Veneto was part of the Roman Empire until the 5th century AD, it then became part of The Republic of Venice, “La Serenissima” until 1797, and thereafter of the Austrian Empire until it was annexed to the Kingdom of Italy in 1866.
The capital of Veneto is Venice, one of the most famous, and often misunderstood, cities in the world.
Venice, during the maritime republic centuries, was the center of one of the richest and most dynamic empires in world history. Many notable people in history were born in Venice, such as the playwright and notorious lover Giacomo Casanova, the explorer Marco Polo, and composer Antonio Vivaldi.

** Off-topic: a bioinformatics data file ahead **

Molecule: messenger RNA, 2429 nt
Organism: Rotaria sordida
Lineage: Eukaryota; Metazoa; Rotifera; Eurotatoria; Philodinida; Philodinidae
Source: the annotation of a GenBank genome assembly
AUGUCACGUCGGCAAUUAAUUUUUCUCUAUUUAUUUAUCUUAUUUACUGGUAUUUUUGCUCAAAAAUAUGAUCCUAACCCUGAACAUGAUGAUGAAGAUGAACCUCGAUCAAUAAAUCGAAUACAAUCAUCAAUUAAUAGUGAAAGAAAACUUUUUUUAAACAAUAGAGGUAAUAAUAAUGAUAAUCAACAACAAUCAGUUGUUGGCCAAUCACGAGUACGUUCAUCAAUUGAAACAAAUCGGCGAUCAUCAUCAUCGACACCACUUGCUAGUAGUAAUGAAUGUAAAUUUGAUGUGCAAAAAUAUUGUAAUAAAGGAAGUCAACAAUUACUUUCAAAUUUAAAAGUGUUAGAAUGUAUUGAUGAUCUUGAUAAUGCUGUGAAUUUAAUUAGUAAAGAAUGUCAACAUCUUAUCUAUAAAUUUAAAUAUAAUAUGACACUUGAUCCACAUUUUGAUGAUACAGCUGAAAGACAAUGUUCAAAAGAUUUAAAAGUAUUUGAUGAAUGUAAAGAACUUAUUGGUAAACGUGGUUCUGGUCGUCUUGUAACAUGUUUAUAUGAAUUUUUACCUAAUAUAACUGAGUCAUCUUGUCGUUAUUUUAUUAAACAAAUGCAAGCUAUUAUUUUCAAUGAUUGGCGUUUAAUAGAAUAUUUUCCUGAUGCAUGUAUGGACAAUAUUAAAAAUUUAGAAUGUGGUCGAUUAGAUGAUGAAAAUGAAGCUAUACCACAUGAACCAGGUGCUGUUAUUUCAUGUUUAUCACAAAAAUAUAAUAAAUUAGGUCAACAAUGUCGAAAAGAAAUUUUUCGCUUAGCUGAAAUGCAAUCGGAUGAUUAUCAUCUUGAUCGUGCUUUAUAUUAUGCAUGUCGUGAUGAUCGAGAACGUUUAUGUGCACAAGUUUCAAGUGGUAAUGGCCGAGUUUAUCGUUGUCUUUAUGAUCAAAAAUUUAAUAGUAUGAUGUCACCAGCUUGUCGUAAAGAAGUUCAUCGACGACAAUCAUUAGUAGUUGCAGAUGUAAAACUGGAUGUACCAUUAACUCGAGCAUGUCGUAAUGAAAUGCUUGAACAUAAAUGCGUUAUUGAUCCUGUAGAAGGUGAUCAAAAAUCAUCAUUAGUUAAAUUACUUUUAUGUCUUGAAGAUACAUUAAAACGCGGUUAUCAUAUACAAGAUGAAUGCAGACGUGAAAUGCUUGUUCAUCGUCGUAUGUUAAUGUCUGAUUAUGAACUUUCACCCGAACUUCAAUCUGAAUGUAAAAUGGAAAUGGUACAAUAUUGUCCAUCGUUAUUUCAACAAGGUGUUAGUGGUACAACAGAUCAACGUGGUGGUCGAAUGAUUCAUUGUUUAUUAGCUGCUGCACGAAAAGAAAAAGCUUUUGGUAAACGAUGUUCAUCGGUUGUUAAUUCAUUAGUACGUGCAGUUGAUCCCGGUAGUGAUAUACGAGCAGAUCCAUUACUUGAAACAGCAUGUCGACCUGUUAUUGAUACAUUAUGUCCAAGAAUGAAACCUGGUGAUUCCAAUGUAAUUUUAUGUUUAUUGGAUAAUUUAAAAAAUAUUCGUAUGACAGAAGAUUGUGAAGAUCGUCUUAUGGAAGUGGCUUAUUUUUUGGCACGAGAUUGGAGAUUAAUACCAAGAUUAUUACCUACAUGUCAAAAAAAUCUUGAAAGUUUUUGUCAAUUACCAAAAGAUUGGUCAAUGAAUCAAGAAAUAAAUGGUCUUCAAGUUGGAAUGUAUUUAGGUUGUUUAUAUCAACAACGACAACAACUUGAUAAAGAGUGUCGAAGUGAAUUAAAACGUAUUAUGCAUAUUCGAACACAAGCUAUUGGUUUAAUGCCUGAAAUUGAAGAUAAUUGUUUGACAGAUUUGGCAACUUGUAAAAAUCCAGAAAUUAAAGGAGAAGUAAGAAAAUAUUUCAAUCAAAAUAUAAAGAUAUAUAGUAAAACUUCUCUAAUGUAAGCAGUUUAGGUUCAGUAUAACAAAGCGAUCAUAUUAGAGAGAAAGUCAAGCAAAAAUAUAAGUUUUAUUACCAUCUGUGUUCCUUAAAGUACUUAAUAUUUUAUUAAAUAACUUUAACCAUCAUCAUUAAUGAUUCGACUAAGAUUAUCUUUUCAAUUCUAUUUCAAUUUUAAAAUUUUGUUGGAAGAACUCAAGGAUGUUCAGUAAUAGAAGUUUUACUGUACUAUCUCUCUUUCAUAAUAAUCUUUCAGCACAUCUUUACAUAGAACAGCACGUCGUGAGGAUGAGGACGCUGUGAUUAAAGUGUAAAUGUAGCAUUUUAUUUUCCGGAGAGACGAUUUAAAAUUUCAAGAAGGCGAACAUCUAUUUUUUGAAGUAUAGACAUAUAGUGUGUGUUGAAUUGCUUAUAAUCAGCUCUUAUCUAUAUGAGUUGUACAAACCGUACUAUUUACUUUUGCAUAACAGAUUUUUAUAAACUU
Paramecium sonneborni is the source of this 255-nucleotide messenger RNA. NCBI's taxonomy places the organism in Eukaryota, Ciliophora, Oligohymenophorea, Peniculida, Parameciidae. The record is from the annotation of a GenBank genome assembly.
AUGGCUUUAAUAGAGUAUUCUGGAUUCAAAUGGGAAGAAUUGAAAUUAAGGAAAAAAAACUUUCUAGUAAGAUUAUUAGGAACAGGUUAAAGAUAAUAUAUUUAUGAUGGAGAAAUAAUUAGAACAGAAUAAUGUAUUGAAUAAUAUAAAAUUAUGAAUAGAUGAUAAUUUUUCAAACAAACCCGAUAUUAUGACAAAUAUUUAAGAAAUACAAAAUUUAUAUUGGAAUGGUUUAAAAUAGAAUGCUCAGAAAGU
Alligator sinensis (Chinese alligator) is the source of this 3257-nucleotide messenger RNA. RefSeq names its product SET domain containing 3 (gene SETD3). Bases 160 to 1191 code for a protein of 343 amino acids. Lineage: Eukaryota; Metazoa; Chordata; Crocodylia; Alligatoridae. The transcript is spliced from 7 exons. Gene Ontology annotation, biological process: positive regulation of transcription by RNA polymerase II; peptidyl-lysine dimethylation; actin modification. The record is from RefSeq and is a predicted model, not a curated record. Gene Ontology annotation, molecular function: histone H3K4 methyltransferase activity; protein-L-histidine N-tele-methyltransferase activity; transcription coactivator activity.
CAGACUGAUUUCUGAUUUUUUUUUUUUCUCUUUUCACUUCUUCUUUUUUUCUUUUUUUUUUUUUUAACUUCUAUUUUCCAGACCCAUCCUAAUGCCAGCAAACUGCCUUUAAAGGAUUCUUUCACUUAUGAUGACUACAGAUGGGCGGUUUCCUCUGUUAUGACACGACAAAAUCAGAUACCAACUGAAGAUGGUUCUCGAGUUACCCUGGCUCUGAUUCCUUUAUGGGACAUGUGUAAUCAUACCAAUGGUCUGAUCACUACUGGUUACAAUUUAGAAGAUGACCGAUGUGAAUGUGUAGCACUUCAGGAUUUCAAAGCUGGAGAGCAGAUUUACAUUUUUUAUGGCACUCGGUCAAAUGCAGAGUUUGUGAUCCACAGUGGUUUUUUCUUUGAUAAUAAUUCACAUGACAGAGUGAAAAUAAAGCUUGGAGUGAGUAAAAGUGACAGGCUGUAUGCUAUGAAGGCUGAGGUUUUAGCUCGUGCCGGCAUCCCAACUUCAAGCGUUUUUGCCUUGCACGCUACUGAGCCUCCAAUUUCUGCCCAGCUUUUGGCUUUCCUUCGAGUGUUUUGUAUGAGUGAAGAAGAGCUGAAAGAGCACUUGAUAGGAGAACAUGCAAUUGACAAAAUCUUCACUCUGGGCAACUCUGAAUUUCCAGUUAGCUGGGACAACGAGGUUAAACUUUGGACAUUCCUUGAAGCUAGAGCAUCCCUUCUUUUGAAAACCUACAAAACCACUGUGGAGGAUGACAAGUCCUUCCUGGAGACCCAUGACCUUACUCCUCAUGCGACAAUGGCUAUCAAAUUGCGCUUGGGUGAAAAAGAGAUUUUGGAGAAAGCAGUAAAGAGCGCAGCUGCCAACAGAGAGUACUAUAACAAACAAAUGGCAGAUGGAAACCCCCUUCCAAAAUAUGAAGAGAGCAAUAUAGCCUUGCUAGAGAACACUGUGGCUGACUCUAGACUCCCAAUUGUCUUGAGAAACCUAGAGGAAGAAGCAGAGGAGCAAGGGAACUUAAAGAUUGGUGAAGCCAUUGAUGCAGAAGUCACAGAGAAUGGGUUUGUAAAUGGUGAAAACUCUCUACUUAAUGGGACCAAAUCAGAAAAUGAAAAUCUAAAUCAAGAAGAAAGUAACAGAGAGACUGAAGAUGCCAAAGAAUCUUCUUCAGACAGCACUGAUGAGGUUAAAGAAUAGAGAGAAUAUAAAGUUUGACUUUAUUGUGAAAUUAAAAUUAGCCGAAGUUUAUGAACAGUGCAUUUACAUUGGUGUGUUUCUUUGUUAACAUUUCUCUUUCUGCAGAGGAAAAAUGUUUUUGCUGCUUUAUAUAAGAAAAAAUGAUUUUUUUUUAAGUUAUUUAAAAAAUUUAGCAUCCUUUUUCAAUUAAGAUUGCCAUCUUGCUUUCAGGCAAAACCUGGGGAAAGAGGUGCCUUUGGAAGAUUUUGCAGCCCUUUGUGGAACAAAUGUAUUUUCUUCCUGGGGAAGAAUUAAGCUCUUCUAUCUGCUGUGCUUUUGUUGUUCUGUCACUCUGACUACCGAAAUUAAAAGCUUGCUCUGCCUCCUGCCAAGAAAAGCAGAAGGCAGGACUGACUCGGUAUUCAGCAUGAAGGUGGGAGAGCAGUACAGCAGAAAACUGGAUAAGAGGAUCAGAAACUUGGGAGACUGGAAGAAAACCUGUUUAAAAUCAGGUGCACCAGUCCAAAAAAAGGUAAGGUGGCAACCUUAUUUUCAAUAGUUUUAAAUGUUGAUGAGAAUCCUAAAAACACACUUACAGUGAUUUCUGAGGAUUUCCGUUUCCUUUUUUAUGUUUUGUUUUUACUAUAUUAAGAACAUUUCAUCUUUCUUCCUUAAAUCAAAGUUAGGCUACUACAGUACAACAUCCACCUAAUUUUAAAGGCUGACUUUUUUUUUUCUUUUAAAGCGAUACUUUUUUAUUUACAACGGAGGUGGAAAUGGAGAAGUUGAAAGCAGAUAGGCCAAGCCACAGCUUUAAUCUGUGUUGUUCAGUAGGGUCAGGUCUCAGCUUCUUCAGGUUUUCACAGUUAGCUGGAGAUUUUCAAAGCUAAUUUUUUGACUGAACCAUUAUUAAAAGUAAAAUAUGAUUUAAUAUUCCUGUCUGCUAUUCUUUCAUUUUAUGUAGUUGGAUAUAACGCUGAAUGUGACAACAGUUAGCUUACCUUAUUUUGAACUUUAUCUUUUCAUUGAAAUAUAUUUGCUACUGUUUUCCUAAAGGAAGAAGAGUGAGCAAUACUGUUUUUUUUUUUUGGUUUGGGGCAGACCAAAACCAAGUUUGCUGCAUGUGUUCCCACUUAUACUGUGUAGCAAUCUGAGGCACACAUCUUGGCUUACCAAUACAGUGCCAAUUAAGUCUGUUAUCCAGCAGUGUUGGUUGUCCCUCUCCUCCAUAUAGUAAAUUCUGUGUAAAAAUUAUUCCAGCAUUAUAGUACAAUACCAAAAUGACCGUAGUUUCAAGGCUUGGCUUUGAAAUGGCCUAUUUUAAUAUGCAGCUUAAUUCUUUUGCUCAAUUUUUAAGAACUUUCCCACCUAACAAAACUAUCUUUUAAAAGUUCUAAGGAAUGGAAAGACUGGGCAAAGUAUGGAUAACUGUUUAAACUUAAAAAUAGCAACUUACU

Veneto is protected from the harsh northern European climates by the Dolomites.
The Adriatic also keeps the winters warm and the summers cool, making Veneto one of the most ideal locations for growing many different grape varietals.
Modern Veneto is divided into seven provinces, each named after the provincial capital. These are Belluno, Padua (Padova in Italian), Rovigo, Treviso, Vicenza, Verona, and Venice (Venezia).
Each province has a distinctive character, dialects and, as we shall see, unique cuisines rich in dishes and local produce – not too mentioned diverse winemaking traditions.